But for practical purposes, in terms of health effects, there is little difference. And touting the ephedrine-free angle this way is like a food manufacturer claiming a treat is sugar-free just because it's been sweetened with corn syrup instead of cane sugar. Consumers have to see through the smoke screens.
Unnatural, and maybe unhealthy
Finally, if you want to lose weight totally "naturally," that would mean simply eating better, exercising more and not taking any pill at all.
There's nothing natural about consuming a substance that artificially raises your heart rate and blood pressure, makes you feel hyper and jittery, and suppresses your appetite by making you feel sick to your stomach.
And sure, many prescription drugs can cause those same side effects in some people. Whether the substance is compounded from various chemicals in a pharmaceutical lab or ground up from various plants in a foreign factory, the fact is that you're consuming something that will affect the way your body usually functions.
The chief difference is that if you go online or even to a store and buy a supplement in response to some ad, no one is looking out for you, or even looking at you. There's no one between you and those potentially dangerous side effects. You won't get an exam to find out if your body is hiding a secret that could blow up dangerously when mixed with that supplement.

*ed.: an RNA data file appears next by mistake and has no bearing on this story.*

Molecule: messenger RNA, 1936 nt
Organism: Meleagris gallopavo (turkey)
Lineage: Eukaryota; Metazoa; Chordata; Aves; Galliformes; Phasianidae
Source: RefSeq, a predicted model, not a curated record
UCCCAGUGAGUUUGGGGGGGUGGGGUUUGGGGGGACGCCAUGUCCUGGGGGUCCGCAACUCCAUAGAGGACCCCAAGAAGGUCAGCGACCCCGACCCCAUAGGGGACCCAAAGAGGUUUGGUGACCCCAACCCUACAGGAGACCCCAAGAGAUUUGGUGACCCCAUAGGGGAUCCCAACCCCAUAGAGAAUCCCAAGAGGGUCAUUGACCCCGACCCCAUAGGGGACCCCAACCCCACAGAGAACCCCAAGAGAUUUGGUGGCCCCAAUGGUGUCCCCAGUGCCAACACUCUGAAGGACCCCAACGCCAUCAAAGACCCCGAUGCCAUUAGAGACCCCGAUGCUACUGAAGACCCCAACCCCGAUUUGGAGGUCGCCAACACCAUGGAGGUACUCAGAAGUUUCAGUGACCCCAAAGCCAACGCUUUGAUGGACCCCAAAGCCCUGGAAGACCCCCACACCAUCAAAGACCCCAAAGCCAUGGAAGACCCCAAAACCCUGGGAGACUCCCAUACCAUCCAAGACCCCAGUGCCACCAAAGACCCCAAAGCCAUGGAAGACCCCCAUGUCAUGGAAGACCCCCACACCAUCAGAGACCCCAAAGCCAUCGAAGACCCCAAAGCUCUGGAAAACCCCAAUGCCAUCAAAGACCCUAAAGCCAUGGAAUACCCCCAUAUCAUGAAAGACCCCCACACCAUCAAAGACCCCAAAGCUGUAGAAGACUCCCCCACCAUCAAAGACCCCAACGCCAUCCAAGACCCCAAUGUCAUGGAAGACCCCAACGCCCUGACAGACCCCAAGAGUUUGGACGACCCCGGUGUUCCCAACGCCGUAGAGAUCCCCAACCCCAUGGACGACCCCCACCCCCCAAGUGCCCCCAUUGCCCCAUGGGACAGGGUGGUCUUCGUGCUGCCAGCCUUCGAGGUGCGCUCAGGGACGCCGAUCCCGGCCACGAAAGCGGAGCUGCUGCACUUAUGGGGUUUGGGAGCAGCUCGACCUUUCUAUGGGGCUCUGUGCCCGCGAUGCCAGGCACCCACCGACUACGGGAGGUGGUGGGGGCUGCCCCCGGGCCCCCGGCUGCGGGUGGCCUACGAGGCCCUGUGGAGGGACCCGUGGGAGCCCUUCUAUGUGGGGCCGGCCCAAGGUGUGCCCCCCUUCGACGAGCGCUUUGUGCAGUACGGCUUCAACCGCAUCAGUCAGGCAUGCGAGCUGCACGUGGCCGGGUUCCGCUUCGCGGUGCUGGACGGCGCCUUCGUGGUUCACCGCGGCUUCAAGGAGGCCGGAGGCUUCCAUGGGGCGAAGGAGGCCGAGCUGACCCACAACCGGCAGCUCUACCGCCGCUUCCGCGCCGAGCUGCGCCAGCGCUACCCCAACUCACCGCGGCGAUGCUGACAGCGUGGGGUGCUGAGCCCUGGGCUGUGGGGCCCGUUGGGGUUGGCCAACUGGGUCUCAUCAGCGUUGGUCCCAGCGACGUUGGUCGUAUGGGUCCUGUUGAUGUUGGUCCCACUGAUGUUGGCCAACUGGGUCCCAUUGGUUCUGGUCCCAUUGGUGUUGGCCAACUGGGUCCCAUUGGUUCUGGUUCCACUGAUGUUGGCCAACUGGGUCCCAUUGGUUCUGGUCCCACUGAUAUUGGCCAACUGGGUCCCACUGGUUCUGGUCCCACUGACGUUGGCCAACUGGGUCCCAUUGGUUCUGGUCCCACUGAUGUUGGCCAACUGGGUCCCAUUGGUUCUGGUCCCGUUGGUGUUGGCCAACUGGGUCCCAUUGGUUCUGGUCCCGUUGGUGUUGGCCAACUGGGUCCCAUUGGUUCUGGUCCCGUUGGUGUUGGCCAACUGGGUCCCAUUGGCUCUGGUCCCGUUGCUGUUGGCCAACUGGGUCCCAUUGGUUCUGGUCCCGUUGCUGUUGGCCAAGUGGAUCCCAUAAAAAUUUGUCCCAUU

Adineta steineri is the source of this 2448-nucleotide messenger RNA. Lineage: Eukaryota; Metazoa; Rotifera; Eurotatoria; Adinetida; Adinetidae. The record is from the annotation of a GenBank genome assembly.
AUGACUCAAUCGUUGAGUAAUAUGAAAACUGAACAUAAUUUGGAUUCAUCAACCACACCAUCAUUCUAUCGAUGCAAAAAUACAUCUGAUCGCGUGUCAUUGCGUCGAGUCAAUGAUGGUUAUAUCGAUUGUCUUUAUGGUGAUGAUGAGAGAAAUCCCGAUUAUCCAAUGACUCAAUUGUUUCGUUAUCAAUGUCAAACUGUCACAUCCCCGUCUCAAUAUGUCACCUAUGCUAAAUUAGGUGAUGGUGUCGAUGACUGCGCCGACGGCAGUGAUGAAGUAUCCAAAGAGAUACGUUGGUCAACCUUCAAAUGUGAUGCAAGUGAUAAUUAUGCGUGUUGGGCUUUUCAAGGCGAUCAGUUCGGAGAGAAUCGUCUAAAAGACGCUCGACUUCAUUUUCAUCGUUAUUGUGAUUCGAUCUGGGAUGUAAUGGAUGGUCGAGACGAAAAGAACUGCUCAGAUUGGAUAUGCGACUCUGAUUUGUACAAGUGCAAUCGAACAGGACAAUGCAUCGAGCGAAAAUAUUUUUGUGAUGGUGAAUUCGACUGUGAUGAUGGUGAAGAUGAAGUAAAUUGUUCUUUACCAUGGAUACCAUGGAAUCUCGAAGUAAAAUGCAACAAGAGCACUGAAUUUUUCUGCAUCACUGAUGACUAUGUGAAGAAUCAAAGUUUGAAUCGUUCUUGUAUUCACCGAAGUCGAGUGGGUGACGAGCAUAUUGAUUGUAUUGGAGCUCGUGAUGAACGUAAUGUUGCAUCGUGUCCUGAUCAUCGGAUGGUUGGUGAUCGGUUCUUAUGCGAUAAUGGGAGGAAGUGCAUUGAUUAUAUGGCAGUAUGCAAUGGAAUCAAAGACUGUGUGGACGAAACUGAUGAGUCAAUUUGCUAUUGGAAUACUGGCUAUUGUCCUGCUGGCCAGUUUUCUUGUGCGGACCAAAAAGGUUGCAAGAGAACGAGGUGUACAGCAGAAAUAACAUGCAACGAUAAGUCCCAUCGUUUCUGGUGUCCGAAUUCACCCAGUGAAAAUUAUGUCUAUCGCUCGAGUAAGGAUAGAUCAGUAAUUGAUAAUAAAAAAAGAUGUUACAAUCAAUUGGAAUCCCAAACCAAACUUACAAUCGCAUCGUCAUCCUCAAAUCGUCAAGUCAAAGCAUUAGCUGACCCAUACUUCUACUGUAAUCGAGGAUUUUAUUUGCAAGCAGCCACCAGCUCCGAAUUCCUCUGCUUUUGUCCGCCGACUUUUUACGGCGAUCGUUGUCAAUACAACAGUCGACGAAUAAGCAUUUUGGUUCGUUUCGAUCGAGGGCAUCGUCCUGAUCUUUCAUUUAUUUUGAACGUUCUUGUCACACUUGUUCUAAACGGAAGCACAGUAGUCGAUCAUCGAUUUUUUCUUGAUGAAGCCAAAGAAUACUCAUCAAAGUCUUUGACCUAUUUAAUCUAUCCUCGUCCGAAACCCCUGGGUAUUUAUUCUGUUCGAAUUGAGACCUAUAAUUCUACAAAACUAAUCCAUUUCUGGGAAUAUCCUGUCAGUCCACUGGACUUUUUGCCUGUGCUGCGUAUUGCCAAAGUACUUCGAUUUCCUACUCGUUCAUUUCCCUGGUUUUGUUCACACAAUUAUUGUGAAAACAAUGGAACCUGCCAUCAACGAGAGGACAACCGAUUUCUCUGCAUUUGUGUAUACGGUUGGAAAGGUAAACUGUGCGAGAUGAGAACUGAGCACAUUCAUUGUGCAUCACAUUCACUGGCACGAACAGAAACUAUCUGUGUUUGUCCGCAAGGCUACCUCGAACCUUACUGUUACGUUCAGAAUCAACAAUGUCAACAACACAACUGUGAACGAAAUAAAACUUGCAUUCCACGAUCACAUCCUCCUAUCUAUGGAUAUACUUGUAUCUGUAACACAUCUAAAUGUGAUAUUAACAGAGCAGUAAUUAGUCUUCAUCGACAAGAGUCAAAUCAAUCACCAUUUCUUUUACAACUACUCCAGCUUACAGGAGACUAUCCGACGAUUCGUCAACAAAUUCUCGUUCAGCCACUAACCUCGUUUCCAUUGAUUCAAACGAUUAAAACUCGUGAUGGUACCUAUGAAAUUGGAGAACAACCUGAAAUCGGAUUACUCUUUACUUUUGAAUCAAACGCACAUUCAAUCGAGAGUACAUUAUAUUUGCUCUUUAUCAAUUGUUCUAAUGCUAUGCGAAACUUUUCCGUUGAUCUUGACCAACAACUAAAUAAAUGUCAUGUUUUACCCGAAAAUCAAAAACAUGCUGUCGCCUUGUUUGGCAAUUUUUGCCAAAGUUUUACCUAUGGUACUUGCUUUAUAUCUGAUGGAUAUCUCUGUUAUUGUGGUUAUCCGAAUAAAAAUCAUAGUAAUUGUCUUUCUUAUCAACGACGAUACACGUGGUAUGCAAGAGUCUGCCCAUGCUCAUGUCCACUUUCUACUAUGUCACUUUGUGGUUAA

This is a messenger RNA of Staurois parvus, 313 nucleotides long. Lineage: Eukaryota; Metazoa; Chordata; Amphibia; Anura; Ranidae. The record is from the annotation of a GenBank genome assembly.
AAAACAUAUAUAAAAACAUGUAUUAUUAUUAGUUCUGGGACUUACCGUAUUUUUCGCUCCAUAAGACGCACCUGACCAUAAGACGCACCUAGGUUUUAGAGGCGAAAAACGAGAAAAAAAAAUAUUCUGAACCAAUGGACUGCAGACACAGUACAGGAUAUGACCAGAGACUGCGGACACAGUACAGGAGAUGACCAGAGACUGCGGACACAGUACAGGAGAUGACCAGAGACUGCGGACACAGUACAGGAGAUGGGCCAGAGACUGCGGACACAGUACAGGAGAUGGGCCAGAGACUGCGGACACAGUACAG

And while I believe they can be helpful for some patients, I'm not necessarily a huge proponent of prescription weight-loss medications either. After the debacle with the weight-loss drug Phen-Fen, and the various high-profile recalls of other approved medications like Vioxx, we know there are problems with pharmaceutical products and procedures, too.
But there is no denying that the oversight and safeguards in the regulated pharmaceutical industry, fallible as they may be, are vastly superior to having no safeguards at all. Dietary supplements are subject to less regulation than tire-pressure gauges.
I have found again and again that with the appropriate education and guidance, and the right dietary schedule and composition, people are able to lose weight without any prescription at all, and without the risks-or the agonizing cravings most drugs and supplements are designed to combat in the first place.